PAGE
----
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BLM brings economic stress to communities it claims to represent: pastor

August 26, 2020

Originally appeared on Fox Business
August 26, 2020

We now have the first tangible results from BLM’s mad, anti-police crusade

Early in August a news story jumped out to me and not in a good way my friends. I am still thinking about it.

As Fox Business reported on August 5, a trucking company will no longer deliver to cities that are defunding police. The co-owner of JKC Trucking, Mike Kucharski, told Fox he was concerned for the safety of his drivers and their cargo going to cities where police have had their budgets slashed.

As an African American and a minister, I knew something like this would happen sooner or later.

My colleagues and I founded Conservative Clergy of Color because we were afraid something like this would happen if Black Lives Matter was the only voice in the room.

We wanted to give a voice to African Americans who believe in real change, not leftist platitudes and want their country to be better.

My father was able to watch this country become a better place from the segregation he knew growing up but now I fear the progress he witnessed is being turned on its head. We’ve now seen the first domino fall in the rollback of that progress.

These, friends, are the first tangible results from Black Lives Matter’s mad, anti-police crusade. These are the first far-reaching consequences beyond the violence in cities this summer that has gone so long it’s beginning to feel lethargic. These are the consequences that BLM’s leadership probably are fully aware of, but that the young misguided social justice warriors that make up their ranks haven’t stopped to think about.

When you do stop and think about it, why should the owner put his drivers in danger? Why would he risk the danger in cities where police have been hamstrung and rioters have free reign of the streets?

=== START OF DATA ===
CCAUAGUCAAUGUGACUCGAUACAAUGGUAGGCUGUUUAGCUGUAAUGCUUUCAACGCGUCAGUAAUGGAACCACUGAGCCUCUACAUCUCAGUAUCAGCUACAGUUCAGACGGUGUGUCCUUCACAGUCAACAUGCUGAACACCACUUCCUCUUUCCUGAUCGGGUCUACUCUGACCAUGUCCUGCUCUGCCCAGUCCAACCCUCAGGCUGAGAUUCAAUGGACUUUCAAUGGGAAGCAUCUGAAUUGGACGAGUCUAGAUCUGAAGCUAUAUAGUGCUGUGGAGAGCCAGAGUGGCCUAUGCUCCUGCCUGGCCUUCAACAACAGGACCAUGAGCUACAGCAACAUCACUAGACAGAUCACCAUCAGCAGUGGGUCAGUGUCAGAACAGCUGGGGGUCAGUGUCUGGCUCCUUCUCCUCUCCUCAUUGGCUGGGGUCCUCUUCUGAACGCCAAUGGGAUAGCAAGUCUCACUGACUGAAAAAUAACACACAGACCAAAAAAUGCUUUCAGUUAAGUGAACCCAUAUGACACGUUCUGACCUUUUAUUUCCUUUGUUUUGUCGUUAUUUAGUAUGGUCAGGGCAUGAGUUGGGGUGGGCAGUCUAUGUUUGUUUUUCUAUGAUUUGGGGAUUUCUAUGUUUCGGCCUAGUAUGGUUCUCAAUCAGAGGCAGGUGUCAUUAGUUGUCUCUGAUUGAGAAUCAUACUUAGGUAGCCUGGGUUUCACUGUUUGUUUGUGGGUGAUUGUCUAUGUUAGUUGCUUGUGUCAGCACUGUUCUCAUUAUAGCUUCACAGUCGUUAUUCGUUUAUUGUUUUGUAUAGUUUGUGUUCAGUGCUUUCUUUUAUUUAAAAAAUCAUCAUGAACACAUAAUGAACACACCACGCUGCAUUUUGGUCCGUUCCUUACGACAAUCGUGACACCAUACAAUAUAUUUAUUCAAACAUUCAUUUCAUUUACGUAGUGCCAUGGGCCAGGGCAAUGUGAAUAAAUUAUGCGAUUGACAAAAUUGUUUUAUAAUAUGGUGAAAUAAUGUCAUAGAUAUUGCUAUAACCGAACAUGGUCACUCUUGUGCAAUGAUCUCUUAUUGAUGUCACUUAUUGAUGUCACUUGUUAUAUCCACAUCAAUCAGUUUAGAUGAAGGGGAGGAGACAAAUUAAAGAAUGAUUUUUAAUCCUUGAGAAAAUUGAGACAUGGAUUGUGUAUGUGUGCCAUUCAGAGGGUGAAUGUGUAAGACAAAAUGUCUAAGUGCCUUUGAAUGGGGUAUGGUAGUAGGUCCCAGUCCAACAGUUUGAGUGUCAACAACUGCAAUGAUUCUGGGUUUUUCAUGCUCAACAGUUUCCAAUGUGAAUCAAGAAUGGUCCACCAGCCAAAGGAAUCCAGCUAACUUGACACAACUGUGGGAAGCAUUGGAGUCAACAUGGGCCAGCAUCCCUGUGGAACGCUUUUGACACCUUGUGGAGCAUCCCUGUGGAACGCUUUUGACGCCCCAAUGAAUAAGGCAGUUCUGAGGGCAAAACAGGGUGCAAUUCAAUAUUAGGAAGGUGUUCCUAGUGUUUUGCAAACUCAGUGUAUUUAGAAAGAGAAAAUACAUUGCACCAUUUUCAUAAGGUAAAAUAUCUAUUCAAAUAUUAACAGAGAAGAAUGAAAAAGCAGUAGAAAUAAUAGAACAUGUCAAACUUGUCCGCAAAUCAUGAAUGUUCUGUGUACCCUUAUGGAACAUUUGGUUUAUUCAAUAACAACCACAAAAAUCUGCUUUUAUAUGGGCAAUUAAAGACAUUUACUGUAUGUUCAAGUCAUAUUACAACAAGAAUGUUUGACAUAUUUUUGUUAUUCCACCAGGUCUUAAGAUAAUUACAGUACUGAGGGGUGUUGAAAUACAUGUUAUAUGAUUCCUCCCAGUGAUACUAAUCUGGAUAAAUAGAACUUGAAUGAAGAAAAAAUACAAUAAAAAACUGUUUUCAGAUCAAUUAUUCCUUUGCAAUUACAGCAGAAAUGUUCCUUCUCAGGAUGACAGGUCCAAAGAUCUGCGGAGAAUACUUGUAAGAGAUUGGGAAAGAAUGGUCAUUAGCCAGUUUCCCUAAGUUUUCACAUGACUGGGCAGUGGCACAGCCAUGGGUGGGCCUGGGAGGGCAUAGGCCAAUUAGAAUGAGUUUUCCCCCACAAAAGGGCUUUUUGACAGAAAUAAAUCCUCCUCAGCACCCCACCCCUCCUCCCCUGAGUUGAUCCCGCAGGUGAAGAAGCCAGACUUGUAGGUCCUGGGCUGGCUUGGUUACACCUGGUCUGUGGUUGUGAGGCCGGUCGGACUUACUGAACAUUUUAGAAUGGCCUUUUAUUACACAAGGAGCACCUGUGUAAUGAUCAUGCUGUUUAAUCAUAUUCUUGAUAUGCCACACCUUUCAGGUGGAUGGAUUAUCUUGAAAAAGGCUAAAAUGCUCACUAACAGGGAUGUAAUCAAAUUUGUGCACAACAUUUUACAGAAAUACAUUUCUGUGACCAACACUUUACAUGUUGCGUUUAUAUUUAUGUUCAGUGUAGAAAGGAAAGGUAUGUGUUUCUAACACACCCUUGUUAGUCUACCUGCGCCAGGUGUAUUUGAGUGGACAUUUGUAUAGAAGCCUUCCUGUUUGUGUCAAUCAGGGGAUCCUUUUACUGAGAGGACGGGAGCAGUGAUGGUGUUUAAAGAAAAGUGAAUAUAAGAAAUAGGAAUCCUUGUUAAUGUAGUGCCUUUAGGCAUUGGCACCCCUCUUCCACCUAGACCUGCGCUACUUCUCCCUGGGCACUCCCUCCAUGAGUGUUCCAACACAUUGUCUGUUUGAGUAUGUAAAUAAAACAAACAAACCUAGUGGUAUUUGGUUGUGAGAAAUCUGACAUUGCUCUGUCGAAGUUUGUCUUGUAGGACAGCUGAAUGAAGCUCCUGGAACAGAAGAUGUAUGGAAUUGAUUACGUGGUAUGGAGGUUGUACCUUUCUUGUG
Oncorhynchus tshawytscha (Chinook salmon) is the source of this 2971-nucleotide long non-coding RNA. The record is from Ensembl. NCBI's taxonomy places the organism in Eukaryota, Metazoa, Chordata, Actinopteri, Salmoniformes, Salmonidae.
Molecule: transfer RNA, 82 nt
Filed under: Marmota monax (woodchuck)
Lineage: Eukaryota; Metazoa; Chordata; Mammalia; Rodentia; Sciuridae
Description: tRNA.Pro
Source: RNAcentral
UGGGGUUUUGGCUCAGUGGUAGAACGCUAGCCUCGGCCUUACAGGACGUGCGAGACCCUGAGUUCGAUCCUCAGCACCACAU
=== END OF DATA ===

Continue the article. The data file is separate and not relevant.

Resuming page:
When young children like poor Secoriea Turner in Atlanta are getting gunned down in the streets, I wouldn’t want my employees going to those cities either.

It’s sad we’ve come to this, but it’s the truth. Black Lives Matter has crippled the police across dozens of cities, and we’re now seeing the economic impact.

Cities that normally receive commerce by way of trucking companies and shipping outlets are now going to lose a vital source of income. Depending on the size of the city, the effect could range from negligible to devastating.

Either way, it’s a problem none of these communities should have faced. But because city leaders and governments either were bullied into defunding their police or just felt like being politically correct, grocery stores and retail outlets are going to have to find other ways to supply their products.

Now you might be thinking, “I see your point Bishop, but won’t another trucking company just step up and fill the void?” Ideally, you’d be right, but I would pose the counter-question of how long it will take before other companies follow JKC’s lead if the riots aren’t brought to heel soon.

For that matter, how long will it be before other industries start making similar choices? How long will it be before the results BLM’s leftist ideology impedes different businesses from providing income to communities?

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